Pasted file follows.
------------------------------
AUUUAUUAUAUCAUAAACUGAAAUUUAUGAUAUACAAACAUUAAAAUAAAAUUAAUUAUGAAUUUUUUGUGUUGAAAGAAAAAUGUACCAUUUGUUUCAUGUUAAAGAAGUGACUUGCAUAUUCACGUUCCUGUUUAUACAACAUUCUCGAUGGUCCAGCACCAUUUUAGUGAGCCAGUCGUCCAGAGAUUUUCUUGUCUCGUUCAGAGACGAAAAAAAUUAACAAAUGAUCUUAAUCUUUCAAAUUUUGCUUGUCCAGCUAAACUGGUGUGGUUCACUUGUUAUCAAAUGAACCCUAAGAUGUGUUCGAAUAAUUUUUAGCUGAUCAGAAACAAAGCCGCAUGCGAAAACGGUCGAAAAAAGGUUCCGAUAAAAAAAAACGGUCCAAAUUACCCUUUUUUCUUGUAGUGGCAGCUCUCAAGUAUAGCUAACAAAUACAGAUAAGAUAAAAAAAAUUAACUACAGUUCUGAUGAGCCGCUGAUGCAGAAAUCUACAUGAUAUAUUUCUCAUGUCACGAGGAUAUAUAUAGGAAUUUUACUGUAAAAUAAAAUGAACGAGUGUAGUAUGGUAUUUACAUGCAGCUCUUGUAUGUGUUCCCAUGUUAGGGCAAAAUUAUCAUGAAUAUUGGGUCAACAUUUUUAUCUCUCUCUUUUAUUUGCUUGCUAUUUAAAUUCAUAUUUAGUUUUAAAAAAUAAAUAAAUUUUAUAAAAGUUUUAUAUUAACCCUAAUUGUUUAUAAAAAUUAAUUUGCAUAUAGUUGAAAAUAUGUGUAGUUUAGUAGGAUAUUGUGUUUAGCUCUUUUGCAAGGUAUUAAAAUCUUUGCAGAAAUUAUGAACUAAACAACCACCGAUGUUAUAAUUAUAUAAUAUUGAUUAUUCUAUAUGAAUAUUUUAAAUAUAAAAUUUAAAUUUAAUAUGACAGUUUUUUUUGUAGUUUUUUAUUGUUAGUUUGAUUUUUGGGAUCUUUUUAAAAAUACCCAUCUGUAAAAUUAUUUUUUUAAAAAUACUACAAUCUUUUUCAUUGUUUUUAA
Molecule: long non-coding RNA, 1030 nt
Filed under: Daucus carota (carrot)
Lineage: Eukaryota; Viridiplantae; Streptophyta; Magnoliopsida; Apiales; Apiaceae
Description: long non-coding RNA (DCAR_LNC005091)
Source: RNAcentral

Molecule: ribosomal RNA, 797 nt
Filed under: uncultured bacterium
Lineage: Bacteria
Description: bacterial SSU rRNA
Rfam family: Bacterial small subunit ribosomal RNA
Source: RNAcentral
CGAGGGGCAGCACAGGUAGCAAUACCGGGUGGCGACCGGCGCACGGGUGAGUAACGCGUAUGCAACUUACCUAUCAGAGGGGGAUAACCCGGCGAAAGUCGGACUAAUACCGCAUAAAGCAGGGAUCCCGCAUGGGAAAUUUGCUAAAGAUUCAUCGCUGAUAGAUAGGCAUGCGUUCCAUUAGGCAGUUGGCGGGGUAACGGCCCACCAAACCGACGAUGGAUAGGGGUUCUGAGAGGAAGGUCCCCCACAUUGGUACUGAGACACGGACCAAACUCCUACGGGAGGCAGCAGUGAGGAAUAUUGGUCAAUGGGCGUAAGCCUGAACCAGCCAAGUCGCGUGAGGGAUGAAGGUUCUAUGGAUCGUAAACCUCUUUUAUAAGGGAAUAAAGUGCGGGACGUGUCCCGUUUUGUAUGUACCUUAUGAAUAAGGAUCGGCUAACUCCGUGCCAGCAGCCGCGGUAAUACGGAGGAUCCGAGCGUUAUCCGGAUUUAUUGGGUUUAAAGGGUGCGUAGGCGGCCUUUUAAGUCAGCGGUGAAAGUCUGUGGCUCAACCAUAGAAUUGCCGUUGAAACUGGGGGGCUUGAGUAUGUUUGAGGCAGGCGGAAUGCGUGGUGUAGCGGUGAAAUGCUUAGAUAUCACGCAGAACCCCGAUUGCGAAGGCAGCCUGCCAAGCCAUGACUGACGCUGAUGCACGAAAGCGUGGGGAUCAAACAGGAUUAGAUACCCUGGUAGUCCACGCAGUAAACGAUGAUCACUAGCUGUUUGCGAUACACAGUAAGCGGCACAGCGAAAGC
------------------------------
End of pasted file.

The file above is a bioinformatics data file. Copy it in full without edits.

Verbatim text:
AUUUAUUAUAUCAUAAACUGAAAUUUAUGAUAUACAAACAUUAAAAUAAAAUUAAUUAUGAAUUUUUUGUGUUGAAAGAAAAAUGUACCAUUUGUUUCAUGUUAAAGAAGUGACUUGCAUAUUCACGUUCCUGUUUAUACAACAUUCUCGAUGGUCCAGCACCAUUUUAGUGAGCCAGUCGUCCAGAGAUUUUCUUGUCUCGUUCAGAGACGAAAAAAAUUAACAAAUGAUCUUAAUCUUUCAAAUUUUGCUUGUCCAGCUAAACUGGUGUGGUUCACUUGUUAUCAAAUGAACCCUAAGAUGUGUUCGAAUAAUUUUUAGCUGAUCAGAAACAAAGCCGCAUGCGAAAACGGUCGAAAAAAGGUUCCGAUAAAAAAAAACGGUCCAAAUUACCCUUUUUUCUUGUAGUGGCAGCUCUCAAGUAUAGCUAACAAAUACAGAUAAGAUAAAAAAAAUUAACUACAGUUCUGAUGAGCCGCUGAUGCAGAAAUCUACAUGAUAUAUUUCUCAUGUCACGAGGAUAUAUAUAGGAAUUUUACUGUAAAAUAAAAUGAACGAGUGUAGUAUGGUAUUUACAUGCAGCUCUUGUAUGUGUUCCCAUGUUAGGGCAAAAUUAUCAUGAAUAUUGGGUCAACAUUUUUAUCUCUCUCUUUUAUUUGCUUGCUAUUUAAAUUCAUAUUUAGUUUUAAAAAAUAAAUAAAUUUUAUAAAAGUUUUAUAUUAACCCUAAUUGUUUAUAAAAAUUAAUUUGCAUAUAGUUGAAAAUAUGUGUAGUUUAGUAGGAUAUUGUGUUUAGCUCUUUUGCAAGGUAUUAAAAUCUUUGCAGAAAUUAUGAACUAAACAACCACCGAUGUUAUAAUUAUAUAAUAUUGAUUAUUCUAUAUGAAUAUUUUAAAUAUAAAAUUUAAAUUUAAUAUGACAGUUUUUUUUGUAGUUUUUUAUUGUUAGUUUGAUUUUUGGGAUCUUUUUAAAAAUACCCAUCUGUAAAAUUAUUUUUUUAAAAAUACUACAAUCUUUUUCAUUGUUUUUAA
Molecule: long non-coding RNA, 1030 nt
Filed under: Daucus carota (carrot)
Lineage: Eukaryota; Viridiplantae; Streptophyta; Magnoliopsida; Apiales; Apiaceae
Description: long non-coding RNA (DCAR_LNC005091)
Source: RNAcentral

Molecule: ribosomal RNA, 797 nt
Filed under: uncultured bacterium
Lineage: Bacteria
Description: bacterial SSU rRNA
Rfam family: Bacterial small subunit ribosomal RNA
Source: RNAcentral
CGAGGGGCAGCACAGGUAGCAAUACCGGGUGGCGACCGGCGCACGGGUGAGUAACGCGUAUGCAACUUACCUAUCAGAGGGGGAUAACCCGGCGAAAGUCGGACUAAUACCGCAUAAAGCAGGGAUCCCGCAUGGGAAAUUUGCUAAAGAUUCAUCGCUGAUAGAUAGGCAUGCGUUCCAUUAGGCAGUUGGCGGGGUAACGGCCCACCAAACCGACGAUGGAUAGGGGUUCUGAGAGGAAGGUCCCCCACAUUGGUACUGAGACACGGACCAAACUCCUACGGGAGGCAGCAGUGAGGAAUAUUGGUCAAUGGGCGUAAGCCUGAACCAGCCAAGUCGCGUGAGGGAUGAAGGUUCUAUGGAUCGUAAACCUCUUUUAUAAGGGAAUAAAGUGCGGGACGUGUCCCGUUUUGUAUGUACCUUAUGAAUAAGGAUCGGCUAACUCCGUGCCAGCAGCCGCGGUAAUACGGAGGAUCCGAGCGUUAUCCGGAUUUAUUGGGUUUAAAGGGUGCGUAGGCGGCCUUUUAAGUCAGCGGUGAAAGUCUGUGGCUCAACCAUAGAAUUGCCGUUGAAACUGGGGGGCUUGAGUAUGUUUGAGGCAGGCGGAAUGCGUGGUGUAGCGGUGAAAUGCUUAGAUAUCACGCAGAACCCCGAUUGCGAAGGCAGCCUGCCAAGCCAUGACUGACGCUGAUGCACGAAAGCGUGGGGAUCAAACAGGAUUAGAUACCCUGGUAGUCCACGCAGUAAACGAUGAUCACUAGCUGUUUGCGAUACACAGUAAGCGGCACAGCGAAAGC